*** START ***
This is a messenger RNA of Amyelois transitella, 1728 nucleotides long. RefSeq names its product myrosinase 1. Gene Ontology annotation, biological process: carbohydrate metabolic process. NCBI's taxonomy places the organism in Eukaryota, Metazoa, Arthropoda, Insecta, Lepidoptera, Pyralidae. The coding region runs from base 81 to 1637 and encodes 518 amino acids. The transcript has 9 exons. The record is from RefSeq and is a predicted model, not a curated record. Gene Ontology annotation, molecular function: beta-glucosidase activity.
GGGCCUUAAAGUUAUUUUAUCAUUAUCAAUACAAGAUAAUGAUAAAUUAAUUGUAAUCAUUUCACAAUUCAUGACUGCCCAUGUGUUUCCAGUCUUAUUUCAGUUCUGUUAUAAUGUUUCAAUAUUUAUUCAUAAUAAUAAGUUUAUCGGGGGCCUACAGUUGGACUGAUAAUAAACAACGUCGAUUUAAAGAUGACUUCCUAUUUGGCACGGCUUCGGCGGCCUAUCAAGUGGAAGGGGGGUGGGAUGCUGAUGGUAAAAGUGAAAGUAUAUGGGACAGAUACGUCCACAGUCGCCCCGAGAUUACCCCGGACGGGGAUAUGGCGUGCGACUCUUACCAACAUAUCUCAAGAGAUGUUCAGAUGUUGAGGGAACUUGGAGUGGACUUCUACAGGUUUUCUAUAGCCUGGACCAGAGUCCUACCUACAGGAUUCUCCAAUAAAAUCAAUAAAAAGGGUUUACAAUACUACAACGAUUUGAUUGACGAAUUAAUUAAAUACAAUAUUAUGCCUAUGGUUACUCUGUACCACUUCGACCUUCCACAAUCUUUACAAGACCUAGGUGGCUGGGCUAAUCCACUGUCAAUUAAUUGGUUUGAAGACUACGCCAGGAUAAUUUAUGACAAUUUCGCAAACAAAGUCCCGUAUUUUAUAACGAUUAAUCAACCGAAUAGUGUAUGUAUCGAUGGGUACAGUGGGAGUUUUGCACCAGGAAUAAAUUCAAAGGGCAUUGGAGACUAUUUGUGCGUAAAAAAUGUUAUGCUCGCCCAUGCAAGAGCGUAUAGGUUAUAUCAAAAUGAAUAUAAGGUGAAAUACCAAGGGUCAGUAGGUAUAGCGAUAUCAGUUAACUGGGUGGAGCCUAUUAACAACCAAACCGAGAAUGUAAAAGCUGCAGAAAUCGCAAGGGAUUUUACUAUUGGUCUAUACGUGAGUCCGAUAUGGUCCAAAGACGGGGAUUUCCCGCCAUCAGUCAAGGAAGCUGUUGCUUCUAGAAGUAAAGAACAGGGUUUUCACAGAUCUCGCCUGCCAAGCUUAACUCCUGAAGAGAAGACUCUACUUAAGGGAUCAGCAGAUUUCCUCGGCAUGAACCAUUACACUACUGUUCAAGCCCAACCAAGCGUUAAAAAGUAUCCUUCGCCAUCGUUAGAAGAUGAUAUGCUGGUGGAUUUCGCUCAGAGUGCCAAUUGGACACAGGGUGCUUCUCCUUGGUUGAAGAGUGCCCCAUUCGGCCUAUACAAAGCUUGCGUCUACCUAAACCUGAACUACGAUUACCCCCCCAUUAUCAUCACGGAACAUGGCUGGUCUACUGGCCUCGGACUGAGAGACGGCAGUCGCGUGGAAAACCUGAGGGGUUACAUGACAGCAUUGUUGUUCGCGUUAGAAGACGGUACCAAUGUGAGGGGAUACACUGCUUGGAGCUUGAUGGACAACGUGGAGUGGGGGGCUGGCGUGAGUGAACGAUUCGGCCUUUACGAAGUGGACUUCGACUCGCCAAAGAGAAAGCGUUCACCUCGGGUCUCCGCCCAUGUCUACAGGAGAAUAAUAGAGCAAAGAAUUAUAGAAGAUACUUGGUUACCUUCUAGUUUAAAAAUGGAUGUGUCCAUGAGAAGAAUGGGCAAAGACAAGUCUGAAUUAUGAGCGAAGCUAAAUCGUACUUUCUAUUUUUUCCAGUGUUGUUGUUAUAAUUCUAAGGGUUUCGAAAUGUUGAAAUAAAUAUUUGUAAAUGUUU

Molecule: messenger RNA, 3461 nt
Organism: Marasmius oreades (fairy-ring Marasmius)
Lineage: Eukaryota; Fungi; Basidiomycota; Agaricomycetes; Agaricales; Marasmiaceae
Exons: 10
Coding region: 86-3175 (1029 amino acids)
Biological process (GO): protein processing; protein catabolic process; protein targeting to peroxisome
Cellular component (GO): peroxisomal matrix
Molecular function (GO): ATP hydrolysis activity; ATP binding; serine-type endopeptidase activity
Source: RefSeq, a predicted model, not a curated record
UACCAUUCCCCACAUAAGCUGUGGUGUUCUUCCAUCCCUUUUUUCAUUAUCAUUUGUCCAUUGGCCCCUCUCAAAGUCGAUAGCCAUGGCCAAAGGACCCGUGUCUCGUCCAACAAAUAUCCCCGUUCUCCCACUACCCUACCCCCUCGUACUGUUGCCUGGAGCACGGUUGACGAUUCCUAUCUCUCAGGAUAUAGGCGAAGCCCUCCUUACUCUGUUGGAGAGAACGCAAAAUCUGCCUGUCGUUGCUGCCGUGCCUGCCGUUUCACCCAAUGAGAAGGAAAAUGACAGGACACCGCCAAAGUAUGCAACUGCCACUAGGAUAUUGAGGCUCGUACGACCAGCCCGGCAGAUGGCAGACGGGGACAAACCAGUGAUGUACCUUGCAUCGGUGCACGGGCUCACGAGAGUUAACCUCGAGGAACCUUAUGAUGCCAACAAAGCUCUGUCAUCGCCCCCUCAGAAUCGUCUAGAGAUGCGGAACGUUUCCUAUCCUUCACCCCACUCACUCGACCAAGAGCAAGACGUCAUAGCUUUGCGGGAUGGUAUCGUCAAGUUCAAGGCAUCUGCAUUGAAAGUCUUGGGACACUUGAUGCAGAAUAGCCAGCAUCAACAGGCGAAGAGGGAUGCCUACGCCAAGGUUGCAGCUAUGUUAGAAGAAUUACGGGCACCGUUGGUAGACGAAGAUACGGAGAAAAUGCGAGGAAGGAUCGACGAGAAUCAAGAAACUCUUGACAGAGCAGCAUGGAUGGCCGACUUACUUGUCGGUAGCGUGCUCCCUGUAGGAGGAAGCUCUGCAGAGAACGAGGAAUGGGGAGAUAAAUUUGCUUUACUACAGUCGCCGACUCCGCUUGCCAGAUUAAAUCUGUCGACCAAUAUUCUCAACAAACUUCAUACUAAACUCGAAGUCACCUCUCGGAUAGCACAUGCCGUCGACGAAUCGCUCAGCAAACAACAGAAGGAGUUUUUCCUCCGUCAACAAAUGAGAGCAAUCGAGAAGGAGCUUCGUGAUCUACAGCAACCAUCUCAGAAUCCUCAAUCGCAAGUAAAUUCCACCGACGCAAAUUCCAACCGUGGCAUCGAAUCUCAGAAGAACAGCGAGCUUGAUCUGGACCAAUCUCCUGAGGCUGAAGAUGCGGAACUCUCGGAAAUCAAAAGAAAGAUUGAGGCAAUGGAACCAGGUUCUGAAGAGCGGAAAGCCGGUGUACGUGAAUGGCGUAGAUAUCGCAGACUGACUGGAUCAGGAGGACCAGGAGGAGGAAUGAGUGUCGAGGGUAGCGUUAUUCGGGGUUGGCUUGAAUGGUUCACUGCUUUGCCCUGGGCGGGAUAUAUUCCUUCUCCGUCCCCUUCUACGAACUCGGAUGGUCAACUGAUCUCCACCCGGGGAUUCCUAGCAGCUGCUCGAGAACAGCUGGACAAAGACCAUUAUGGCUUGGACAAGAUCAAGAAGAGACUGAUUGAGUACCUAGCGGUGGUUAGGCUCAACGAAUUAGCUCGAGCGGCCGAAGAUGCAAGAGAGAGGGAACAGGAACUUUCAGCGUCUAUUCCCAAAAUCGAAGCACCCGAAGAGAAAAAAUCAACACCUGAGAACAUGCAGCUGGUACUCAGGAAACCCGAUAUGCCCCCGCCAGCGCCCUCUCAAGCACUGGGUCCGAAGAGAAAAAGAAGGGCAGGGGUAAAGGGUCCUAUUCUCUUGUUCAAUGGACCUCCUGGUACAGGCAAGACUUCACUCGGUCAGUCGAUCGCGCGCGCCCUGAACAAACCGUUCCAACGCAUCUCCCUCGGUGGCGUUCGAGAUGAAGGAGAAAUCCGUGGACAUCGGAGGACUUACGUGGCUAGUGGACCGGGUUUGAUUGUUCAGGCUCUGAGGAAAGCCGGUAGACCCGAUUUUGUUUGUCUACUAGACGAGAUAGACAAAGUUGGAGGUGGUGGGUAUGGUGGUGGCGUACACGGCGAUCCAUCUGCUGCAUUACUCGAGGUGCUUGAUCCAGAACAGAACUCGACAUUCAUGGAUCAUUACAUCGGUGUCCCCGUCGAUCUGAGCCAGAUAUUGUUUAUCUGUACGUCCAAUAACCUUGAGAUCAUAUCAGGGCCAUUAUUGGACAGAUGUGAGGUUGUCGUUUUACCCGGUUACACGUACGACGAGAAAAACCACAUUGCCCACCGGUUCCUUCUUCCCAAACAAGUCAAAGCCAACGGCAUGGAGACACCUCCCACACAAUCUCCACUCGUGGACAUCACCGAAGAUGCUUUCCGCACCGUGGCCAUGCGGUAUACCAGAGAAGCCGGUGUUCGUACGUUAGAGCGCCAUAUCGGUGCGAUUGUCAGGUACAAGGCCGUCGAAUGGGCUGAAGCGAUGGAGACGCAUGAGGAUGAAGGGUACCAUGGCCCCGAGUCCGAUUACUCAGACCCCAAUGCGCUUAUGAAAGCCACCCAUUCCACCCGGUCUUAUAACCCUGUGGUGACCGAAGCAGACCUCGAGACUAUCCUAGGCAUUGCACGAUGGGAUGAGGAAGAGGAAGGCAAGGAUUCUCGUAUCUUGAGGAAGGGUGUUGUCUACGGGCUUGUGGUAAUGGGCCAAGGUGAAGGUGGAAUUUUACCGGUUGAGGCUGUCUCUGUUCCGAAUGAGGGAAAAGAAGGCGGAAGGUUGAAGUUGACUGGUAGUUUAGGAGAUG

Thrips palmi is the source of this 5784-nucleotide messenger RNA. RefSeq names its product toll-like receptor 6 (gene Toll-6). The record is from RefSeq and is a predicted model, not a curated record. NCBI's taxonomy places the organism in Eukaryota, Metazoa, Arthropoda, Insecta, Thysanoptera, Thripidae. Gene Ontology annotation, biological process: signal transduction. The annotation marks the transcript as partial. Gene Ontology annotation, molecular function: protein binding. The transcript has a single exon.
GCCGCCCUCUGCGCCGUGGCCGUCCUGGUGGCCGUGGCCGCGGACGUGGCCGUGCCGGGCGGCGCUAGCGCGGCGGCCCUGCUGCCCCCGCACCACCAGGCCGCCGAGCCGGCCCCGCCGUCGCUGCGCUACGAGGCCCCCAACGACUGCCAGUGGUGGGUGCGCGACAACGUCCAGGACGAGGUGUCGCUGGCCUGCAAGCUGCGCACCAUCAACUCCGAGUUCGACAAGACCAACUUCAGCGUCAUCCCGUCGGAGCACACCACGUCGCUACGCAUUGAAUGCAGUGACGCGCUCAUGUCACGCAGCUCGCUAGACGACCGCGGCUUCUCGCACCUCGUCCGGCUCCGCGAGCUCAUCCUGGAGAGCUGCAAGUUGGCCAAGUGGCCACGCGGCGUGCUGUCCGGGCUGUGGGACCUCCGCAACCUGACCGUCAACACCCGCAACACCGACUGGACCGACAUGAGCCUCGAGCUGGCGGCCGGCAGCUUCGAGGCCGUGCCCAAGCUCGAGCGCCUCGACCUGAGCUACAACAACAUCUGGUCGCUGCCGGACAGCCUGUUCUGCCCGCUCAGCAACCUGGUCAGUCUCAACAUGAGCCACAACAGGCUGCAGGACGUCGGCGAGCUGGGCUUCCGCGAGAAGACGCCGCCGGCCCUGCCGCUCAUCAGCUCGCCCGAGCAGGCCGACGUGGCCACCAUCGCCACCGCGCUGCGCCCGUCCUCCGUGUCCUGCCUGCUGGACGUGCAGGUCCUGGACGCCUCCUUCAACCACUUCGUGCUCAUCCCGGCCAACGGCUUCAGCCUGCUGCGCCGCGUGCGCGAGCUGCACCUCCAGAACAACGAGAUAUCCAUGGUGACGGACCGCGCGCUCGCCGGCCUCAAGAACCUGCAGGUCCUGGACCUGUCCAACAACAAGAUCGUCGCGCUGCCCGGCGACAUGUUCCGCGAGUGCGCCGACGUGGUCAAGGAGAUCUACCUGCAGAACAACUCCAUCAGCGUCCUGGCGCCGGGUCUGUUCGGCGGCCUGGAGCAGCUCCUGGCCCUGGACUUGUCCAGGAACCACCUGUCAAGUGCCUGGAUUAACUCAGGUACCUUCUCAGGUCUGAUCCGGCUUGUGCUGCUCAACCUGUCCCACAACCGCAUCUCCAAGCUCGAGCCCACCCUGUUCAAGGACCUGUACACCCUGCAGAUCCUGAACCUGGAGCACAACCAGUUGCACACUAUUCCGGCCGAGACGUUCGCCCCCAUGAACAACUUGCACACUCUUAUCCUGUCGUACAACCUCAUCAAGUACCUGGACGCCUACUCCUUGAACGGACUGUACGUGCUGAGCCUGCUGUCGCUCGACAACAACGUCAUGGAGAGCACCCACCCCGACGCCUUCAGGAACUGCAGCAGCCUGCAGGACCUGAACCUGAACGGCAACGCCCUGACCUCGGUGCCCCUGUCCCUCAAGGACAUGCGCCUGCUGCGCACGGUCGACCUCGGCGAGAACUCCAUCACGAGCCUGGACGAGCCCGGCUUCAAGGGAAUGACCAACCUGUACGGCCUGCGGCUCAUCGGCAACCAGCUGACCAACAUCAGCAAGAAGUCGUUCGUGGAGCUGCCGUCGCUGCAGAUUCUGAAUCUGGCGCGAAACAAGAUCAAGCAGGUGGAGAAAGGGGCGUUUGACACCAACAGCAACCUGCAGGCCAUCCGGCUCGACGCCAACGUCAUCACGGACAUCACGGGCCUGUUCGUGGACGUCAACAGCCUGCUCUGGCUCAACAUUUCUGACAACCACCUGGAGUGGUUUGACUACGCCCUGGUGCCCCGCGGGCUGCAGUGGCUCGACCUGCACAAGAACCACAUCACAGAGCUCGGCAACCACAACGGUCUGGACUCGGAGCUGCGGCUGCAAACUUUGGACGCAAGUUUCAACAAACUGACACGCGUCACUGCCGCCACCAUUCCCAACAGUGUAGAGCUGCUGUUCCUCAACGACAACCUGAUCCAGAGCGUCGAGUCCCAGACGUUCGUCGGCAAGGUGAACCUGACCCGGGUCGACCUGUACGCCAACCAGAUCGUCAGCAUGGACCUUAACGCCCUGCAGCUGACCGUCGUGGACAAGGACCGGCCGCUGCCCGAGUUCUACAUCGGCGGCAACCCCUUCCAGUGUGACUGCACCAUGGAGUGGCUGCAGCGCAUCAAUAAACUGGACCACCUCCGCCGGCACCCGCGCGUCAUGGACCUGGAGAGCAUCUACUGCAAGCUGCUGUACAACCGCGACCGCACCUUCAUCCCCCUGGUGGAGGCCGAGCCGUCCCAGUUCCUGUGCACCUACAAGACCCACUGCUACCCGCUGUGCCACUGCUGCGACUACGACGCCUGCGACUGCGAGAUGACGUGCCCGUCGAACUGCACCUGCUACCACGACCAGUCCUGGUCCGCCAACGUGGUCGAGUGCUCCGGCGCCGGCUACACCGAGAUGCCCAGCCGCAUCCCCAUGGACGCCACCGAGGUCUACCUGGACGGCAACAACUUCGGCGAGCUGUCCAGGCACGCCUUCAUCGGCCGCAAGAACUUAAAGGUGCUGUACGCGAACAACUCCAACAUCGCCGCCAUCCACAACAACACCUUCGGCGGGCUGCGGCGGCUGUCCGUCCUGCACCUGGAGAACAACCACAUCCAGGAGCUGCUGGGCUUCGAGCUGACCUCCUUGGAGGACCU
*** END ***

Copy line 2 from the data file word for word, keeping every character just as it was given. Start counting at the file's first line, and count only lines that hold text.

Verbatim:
GGGCCUUAAAGUUAUUUUAUCAUUAUCAAUACAAGAUAAUGAUAAAUUAAUUGUAAUCAUUUCACAAUUCAUGACUGCCCAUGUGUUUCCAGUCUUAUUUCAGUUCUGUUAUAAUGUUUCAAUAUUUAUUCAUAAUAAUAAGUUUAUCGGGGGCCUACAGUUGGACUGAUAAUAAACAACGUCGAUUUAAAGAUGACUUCCUAUUUGGCACGGCUUCGGCGGCCUAUCAAGUGGAAGGGGGGUGGGAUGCUGAUGGUAAAAGUGAAAGUAUAUGGGACAGAUACGUCCACAGUCGCCCCGAGAUUACCCCGGACGGGGAUAUGGCGUGCGACUCUUACCAACAUAUCUCAAGAGAUGUUCAGAUGUUGAGGGAACUUGGAGUGGACUUCUACAGGUUUUCUAUAGCCUGGACCAGAGUCCUACCUACAGGAUUCUCCAAUAAAAUCAAUAAAAAGGGUUUACAAUACUACAACGAUUUGAUUGACGAAUUAAUUAAAUACAAUAUUAUGCCUAUGGUUACUCUGUACCACUUCGACCUUCCACAAUCUUUACAAGACCUAGGUGGCUGGGCUAAUCCACUGUCAAUUAAUUGGUUUGAAGACUACGCCAGGAUAAUUUAUGACAAUUUCGCAAACAAAGUCCCGUAUUUUAUAACGAUUAAUCAACCGAAUAGUGUAUGUAUCGAUGGGUACAGUGGGAGUUUUGCACCAGGAAUAAAUUCAAAGGGCAUUGGAGACUAUUUGUGCGUAAAAAAUGUUAUGCUCGCCCAUGCAAGAGCGUAUAGGUUAUAUCAAAAUGAAUAUAAGGUGAAAUACCAAGGGUCAGUAGGUAUAGCGAUAUCAGUUAACUGGGUGGAGCCUAUUAACAACCAAACCGAGAAUGUAAAAGCUGCAGAAAUCGCAAGGGAUUUUACUAUUGGUCUAUACGUGAGUCCGAUAUGGUCCAAAGACGGGGAUUUCCCGCCAUCAGUCAAGGAAGCUGUUGCUUCUAGAAGUAAAGAACAGGGUUUUCACAGAUCUCGCCUGCCAAGCUUAACUCCUGAAGAGAAGACUCUACUUAAGGGAUCAGCAGAUUUCCUCGGCAUGAACCAUUACACUACUGUUCAAGCCCAACCAAGCGUUAAAAAGUAUCCUUCGCCAUCGUUAGAAGAUGAUAUGCUGGUGGAUUUCGCUCAGAGUGCCAAUUGGACACAGGGUGCUUCUCCUUGGUUGAAGAGUGCCCCAUUCGGCCUAUACAAAGCUUGCGUCUACCUAAACCUGAACUACGAUUACCCCCCCAUUAUCAUCACGGAACAUGGCUGGUCUACUGGCCUCGGACUGAGAGACGGCAGUCGCGUGGAAAACCUGAGGGGUUACAUGACAGCAUUGUUGUUCGCGUUAGAAGACGGUACCAAUGUGAGGGGAUACACUGCUUGGAGCUUGAUGGACAACGUGGAGUGGGGGGCUGGCGUGAGUGAACGAUUCGGCCUUUACGAAGUGGACUUCGACUCGCCAAAGAGAAAGCGUUCACCUCGGGUCUCCGCCCAUGUCUACAGGAGAAUAAUAGAGCAAAGAAUUAUAGAAGAUACUUGGUUACCUUCUAGUUUAAAAAUGGAUGUGUCCAUGAGAAGAAUGGGCAAAGACAAGUCUGAAUUAUGAGCGAAGCUAAAUCGUACUUUCUAUUUUUUCCAGUGUUGUUGUUAUAAUUCUAAGGGUUUCGAAAUGUUGAAAUAAAUAUUUGUAAAUGUUU